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And here’s what my clever iPad can do (without any of the deep thinking my camera requires!)  …

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Of course, I had to work out how to share the pictures with my computer. It took an age. The eventual solution – works niftily – was via Dropbox.

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Now go on over and see what the others are doing for Cathy’s addictive In a Vase on Monday meme at Rambling in the Garden. I’ve just taken a peek and those tulips are luscious, Cathy!

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In a vase on Monday

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This is probably the most luxurious (and expensive) bunch of tulips I’ve ever bought myself. They are bulbs of ‘Carnival de Nice’ bought from Peter Nyssen last autumn and planted in my cut flower garden.

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It’s a fancy tulip that speaks to me of the period of the Dutch tulip boom in the early 17th century. The ‘broken sorts’, like the famed ‘Semper Augustus’, fetched the highest prices. I I think ‘Carnival de Nice’ must be a distant relative and that’s possibly why the flowers in my home make me feel as if I’m enjoying something particularly decadent.

These broken types with the white streaks on a pink or red background were known as ‘Rosen’.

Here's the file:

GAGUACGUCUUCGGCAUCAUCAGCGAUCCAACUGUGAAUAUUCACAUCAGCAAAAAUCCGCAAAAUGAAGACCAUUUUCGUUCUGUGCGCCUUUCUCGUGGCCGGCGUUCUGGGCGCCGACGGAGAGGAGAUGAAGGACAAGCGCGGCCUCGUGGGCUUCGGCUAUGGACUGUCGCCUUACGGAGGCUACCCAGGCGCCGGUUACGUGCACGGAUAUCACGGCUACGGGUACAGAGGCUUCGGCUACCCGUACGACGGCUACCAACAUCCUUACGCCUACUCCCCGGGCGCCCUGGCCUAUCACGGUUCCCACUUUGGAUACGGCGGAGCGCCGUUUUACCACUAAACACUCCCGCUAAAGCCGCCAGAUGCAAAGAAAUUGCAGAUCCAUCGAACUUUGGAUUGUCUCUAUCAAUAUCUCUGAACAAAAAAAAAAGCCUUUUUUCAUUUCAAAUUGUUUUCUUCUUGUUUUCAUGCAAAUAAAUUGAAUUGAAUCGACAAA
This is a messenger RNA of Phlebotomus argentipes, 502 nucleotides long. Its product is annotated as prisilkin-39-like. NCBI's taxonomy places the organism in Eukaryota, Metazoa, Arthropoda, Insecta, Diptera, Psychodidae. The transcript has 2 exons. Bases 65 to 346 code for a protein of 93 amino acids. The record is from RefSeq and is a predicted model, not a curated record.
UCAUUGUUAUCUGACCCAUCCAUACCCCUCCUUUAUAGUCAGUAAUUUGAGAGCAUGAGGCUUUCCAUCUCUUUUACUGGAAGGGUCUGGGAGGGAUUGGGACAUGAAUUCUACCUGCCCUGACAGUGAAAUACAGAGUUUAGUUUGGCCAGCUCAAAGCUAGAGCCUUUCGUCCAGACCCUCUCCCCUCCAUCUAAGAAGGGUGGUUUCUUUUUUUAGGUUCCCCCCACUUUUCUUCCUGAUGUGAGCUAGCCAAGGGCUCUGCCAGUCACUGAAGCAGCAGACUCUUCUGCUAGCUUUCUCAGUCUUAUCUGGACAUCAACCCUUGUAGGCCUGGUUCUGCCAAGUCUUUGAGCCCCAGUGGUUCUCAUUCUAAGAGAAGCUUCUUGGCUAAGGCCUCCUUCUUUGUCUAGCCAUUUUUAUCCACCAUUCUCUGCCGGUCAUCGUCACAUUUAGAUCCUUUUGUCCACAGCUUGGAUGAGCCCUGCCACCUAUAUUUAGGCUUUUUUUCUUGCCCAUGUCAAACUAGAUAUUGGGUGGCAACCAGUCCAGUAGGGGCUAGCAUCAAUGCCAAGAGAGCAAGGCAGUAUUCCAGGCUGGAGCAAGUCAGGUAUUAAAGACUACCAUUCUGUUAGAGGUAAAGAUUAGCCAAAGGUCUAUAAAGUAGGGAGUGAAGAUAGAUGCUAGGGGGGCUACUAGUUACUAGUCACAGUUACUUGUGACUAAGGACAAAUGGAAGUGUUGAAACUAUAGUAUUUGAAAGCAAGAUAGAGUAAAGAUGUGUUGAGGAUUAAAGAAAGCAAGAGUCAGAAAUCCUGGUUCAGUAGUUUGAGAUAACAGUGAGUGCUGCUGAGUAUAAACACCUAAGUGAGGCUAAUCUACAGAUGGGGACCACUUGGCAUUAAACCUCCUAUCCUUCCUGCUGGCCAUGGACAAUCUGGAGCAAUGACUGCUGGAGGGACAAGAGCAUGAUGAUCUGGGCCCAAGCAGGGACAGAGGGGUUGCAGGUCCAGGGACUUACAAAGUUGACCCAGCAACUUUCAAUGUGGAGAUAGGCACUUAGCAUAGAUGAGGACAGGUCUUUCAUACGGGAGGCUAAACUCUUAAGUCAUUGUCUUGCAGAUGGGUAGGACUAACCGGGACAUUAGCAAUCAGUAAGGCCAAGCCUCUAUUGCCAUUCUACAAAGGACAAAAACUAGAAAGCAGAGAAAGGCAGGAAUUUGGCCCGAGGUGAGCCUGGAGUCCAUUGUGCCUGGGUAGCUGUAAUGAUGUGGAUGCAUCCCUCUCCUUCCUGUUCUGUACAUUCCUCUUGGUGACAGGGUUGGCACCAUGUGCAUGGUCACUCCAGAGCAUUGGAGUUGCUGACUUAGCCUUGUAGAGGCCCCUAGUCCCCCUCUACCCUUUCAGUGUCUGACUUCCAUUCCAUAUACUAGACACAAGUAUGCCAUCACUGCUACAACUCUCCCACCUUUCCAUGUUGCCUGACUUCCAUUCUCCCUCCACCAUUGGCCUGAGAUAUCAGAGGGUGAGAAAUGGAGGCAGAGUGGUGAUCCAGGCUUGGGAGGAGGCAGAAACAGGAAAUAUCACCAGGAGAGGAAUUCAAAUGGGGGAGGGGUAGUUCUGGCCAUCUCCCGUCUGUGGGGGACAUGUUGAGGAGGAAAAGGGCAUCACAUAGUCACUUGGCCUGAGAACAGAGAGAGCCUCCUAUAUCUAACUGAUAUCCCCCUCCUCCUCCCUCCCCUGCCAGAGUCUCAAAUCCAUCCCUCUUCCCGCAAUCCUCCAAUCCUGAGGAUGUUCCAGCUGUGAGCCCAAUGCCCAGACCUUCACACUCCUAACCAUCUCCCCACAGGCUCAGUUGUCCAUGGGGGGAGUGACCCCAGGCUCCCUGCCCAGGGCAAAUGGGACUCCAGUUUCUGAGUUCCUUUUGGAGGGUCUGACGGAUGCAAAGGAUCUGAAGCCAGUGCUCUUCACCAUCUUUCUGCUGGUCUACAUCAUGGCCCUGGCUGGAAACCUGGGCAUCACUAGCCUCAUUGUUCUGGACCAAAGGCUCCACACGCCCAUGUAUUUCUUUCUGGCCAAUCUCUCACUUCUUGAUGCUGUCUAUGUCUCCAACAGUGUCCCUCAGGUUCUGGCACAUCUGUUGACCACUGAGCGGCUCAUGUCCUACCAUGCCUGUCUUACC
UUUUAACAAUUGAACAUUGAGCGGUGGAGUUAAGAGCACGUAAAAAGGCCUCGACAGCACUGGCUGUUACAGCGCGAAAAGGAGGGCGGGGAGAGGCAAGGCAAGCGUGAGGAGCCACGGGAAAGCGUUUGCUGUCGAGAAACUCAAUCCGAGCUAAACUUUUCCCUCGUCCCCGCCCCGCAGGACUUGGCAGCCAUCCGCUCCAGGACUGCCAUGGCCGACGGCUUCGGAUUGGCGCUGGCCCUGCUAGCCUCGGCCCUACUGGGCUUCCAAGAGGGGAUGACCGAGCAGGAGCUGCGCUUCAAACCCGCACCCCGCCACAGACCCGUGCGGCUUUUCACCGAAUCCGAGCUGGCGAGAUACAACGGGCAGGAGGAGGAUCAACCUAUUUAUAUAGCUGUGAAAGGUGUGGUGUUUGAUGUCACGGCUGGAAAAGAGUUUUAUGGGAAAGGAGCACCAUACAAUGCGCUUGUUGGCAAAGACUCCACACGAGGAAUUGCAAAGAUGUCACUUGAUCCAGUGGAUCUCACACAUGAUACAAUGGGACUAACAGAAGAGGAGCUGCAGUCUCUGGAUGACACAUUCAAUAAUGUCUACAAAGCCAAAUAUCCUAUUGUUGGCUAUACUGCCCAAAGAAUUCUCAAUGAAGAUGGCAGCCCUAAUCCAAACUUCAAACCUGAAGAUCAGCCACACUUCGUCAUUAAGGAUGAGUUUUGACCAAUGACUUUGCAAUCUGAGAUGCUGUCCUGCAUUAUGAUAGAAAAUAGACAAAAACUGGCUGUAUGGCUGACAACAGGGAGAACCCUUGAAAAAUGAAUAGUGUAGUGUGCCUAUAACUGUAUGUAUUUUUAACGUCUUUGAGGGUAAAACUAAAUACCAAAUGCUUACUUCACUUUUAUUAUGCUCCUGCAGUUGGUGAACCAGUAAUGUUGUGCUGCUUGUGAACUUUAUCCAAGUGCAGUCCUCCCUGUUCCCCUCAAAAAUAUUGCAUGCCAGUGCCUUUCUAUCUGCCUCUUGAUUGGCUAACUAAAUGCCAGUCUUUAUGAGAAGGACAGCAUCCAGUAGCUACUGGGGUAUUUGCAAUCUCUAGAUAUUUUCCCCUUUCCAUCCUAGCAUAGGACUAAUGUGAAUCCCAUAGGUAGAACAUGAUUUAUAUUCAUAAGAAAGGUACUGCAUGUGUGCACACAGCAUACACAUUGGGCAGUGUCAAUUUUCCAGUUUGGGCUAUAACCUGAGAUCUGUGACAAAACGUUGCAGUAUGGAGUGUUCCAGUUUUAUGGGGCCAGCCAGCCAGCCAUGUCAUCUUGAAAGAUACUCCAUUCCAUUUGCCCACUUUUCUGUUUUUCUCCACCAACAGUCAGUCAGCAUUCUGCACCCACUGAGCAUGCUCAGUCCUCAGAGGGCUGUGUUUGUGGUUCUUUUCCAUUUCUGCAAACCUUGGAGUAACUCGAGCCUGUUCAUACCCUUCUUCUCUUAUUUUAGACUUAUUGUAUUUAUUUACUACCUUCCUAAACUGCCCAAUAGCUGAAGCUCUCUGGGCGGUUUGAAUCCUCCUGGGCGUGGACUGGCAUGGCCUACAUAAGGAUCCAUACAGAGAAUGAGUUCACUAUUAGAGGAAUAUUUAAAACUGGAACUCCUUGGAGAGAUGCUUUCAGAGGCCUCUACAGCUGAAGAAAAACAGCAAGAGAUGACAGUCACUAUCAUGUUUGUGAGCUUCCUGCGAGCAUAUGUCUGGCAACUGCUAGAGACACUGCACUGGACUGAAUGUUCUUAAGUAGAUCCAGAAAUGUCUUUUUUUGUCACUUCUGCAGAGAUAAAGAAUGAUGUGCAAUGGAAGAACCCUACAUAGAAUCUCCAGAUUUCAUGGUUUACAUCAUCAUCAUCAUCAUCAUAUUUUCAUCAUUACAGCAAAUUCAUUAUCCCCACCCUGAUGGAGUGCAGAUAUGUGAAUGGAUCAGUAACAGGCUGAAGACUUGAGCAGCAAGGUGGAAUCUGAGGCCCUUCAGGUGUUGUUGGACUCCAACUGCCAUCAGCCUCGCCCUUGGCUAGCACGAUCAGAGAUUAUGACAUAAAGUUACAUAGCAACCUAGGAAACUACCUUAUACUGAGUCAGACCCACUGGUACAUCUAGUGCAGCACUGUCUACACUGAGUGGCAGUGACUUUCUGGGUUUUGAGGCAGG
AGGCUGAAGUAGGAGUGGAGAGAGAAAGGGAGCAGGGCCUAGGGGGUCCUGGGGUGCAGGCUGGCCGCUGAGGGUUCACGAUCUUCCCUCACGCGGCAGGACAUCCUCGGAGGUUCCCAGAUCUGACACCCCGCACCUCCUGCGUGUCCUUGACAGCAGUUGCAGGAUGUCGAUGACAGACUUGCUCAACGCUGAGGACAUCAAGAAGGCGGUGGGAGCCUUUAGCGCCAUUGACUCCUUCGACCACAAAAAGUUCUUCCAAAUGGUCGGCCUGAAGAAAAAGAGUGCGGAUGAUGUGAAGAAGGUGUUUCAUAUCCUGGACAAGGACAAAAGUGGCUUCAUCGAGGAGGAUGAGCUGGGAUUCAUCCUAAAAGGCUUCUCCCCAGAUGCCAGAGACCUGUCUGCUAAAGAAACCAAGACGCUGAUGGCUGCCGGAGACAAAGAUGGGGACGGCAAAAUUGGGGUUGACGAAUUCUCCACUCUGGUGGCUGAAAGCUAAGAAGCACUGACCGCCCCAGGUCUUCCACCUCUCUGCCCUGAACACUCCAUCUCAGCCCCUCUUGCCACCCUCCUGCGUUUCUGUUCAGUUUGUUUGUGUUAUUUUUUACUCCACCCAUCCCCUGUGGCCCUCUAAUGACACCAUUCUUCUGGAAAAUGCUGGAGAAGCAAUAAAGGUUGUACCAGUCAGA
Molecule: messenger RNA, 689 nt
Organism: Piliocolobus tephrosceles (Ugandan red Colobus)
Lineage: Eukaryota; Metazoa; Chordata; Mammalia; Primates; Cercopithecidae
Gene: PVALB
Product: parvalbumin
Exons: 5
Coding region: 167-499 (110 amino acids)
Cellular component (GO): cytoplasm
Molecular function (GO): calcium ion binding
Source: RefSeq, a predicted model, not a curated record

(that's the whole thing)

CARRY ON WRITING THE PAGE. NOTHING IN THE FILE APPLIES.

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It’s just as well I wasn’t around then, because I expect I would have gambled all I have and not even ended up with the kitchen table where they are now being admired and mused over every hour.

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I tried to do quite a few things with them. Nested them on a little bed of purple berberis and then arranged them with Thalictrum speciosissimum as foliage.This is what I actually did with the thalictrum and its young flowerbuds – far too nice for the compost heap, so it is joined by red campion (Silene dioica).

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Foliage and incipient flowerbuds of Thalictrum speciosissimum

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Red campion – Silene dioica

In the end I felt that the tulips looked the part on their own in a vaguely Dutch-looking vase (also another vide grenier find last summer).

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And I couldn’t get it out of my head that they would look just right in my old kitchen that dates from almost exactly the same period as the tulip bubble. The kitchen is pretty impossible for photography, but the flowers really do look their best there.

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As a little addendum – here are my valiant anemones from last week, joined by Tulip ‘Flaming Spring Green’ (this flower refusing to ‘flame’, but nonetheless pretty).

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If you leave a comment, I’d love it if you told me what your favourite tulip of the moment is. A voyage into the world of tulipomania!

Now hop on over to Cathy’s Rambling in the Garden and see what other delights the Monday vasers are offering.